can also include 'wildcard' media types, such as "image/*" or "*/*"
   where the * matches any string. So a request including:
  @@ -379,6 +388,7 @@
   
   <h3>Variants with no Language</h3>
   
  +<p>
   If some of the variants for a particular resource have a language
   attribute, and some do not, those variants with no language
   are given a very low language quality factor of 0.001.<p>
  @@ -396,14 +406,103 @@
   <li>foo.html, no language
   </ul>
   
  +<p>
   The meaning of a variant with no language is that it is
   always acceptable to the browser. If the request Accept-Language
   header includes either en or fr (or both) one of foo.en.html
   or foo.fr.html will be returned. If the browser does not list
   either en or fr as acceptable, foo.html will be returned instead.
   
  +<h2>Note on hyperlinks and naming conventions</h2>
  +
  +<p>
  +If you are using language negotiation you can choose between
  +different naming conventions, because files can have more than one
  +extension, and the order of the extensions is normally irrelevant
  +(see <a href="mod/mod_mime.html">mod_mime</a> documentation for details).
  +<p>
  +A typical file has a mime-type extension (e.g. <samp>html</samp>),
  +maybe an encoding extension (e.g. <samp>gz</samp> and of course a
  +language extension (e.g. <samp>en</samp>) when we have different
  +language variants of this file.
  +
  +<p>
  +Examples:
  +<ul>
  +<li>foo.en.html
  +<li>foo.html.en
  +<li>foo.en.html.gz
  +</ul>
  +
  +<p>
  +Here some more examples of filenames together with valid and invalid hyperlinks:
  +</p>
  +
  +<table border=1 cellpadding=8 cellspacing=0>
  +<tr>
  + <th>Filename</th>
  + <th>Valid hyperlink</th>
  + <th>Invalid hyperlink</th>
  +</tr>
  +<tr>
  + <td><em>foo.html.en</em></td>
  + <td>foo<br>
  +     foo.html</td>
  + <td>-</td>
  +</tr>
  +<tr>
  + <td><em>foo.en.html</em></td>
  + <td>foo</td>
  + <td>foo.html</td>
  +</tr>
  +<tr>
  + <td><em>foo.html.en.gz</em></td>
  + <td>foo<br>
  +     foo.html</td>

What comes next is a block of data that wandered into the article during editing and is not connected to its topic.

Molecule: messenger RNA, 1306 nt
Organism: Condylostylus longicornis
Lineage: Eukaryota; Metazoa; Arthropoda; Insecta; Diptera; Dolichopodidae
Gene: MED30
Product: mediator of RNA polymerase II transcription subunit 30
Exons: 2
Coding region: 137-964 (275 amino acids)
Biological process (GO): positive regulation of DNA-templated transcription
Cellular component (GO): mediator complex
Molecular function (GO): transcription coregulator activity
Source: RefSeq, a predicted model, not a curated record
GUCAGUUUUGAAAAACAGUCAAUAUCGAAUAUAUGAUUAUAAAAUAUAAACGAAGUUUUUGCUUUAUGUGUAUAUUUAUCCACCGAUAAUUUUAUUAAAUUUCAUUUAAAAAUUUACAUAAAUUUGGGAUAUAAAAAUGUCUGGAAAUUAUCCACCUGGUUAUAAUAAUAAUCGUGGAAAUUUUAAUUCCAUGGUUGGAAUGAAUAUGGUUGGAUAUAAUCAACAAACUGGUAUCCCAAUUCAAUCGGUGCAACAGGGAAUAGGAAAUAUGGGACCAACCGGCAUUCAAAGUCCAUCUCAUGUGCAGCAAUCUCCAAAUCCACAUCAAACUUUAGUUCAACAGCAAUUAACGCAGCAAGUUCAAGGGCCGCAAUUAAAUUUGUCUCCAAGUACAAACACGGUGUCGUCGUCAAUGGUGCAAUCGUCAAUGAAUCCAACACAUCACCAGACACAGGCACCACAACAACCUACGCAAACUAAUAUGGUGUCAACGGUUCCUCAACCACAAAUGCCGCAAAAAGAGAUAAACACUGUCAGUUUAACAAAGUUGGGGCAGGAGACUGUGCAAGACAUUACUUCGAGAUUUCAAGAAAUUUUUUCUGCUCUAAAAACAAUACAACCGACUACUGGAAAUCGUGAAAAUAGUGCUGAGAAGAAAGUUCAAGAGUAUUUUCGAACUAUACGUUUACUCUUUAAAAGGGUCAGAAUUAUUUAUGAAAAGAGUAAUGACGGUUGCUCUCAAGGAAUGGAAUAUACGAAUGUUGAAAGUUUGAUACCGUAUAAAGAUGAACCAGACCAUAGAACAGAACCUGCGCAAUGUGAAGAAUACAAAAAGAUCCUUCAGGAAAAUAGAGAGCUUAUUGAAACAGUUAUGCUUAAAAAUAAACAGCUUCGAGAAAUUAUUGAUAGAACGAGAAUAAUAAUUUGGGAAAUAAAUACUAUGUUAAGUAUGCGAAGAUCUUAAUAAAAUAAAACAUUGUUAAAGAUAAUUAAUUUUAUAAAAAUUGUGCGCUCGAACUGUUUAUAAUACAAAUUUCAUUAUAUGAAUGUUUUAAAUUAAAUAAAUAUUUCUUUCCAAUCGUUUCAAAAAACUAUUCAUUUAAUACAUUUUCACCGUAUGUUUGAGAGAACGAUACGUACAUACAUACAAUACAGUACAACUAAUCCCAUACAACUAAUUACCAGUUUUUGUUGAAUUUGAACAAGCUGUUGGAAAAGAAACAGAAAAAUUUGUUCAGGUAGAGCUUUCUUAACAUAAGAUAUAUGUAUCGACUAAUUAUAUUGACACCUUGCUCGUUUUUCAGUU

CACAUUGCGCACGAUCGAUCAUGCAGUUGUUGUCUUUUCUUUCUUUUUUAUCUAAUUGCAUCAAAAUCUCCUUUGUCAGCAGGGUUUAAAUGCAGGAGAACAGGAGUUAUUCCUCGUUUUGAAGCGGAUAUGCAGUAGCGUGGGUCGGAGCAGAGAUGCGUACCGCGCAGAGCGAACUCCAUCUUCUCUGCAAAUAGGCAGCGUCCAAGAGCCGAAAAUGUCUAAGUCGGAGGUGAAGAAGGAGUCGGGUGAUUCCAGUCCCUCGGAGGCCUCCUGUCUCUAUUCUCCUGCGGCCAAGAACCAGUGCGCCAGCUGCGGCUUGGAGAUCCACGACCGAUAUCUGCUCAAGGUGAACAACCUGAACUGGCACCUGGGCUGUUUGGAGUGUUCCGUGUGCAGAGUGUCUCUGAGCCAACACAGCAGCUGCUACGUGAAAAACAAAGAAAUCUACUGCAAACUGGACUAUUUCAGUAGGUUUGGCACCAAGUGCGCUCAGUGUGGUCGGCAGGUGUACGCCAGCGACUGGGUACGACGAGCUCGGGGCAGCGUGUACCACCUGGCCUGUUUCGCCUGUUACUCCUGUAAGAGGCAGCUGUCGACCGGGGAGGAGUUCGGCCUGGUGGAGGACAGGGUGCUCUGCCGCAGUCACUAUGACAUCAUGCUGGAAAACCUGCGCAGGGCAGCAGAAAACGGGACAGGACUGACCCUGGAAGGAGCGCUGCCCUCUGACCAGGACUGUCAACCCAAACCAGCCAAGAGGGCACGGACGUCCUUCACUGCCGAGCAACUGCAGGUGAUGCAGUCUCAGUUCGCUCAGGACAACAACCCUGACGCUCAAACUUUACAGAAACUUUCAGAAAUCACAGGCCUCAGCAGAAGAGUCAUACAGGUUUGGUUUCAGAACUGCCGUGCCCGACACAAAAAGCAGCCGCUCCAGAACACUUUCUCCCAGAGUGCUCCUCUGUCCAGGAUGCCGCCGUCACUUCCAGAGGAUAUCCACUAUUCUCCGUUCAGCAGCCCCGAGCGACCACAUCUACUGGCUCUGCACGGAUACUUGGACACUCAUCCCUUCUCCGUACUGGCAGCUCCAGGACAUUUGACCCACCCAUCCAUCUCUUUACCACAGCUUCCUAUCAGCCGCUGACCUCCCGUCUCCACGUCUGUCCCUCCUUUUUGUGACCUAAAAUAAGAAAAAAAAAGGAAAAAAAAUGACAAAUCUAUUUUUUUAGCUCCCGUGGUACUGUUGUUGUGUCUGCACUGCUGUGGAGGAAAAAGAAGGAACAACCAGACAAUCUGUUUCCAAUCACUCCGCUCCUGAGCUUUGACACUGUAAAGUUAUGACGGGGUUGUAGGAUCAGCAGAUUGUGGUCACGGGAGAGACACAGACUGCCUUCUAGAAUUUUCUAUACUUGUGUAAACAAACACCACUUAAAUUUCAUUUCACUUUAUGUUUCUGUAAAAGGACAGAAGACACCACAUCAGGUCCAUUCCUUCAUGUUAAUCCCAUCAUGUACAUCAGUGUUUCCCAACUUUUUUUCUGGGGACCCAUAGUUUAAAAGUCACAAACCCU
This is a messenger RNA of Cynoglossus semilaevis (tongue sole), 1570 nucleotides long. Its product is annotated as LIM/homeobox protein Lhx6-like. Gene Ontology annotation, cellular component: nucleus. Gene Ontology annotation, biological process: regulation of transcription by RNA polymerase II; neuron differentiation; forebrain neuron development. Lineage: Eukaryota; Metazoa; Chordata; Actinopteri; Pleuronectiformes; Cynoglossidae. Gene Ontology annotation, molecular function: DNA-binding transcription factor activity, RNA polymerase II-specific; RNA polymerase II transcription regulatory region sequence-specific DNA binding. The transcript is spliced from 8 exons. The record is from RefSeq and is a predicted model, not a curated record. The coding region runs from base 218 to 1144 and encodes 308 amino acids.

+ <td>foo.gz<br>
  +     foo.html.gz</td>
  +</tr>
  +<tr>
  + <td><em>foo.en.html.gz</em></td>
  + <td>foo</td>
  + <td>foo.html<br>
  +     foo.html.gz<br>
  +     foo.gz</td>
  +</tr>
  +<tr>
  + <td><em>foo.gz.html.en</em></td>
  + <td>foo<br>
  +     foo.gz<br>
  +     foo.gz.html</td>
  + <td>foo.html</td>
  +</tr>
  +<tr>
  + <td><em>foo.html.gz.en</em></td>
  + <td>foo<br>
  +     foo.html<br>
  +     foo.html.gz</td>
  + <td>foo.gz</td>
  +</tr>
  +</table>
  +
  +<p>
  +Looking at the table above you will notice that it is always possible to
  +use the name without any extensions  in an hyperlink (e.g. <samp>foo</samp>).
  +The advantage is that you can hide the actual type of a
  +document rsp. file and can change it later, e.g. from <samp>html</samp>
  +to <samp>shtml</samp> or <samp>cgi</samp> without changing any
  +hyperlink references.
  +
  +<p>
  +If you want to continue to use a mime-type in your hyperlinks (e.g.
  +<samp>foo.html</samp>) the language extension (including an encoding extension
  +if there is one) must be on the right hand side of the mime-type extension
  +(e.g. <samp>foo.html.en</samp>).
  +
  +
   <h2>Note on Caching</h2>
   
  +<p>
   When a cache stores a document, it associates it with the request URL.
   The next time that URL is requested, the cache can use the stored
   document, provided it is still within date. But if the resource is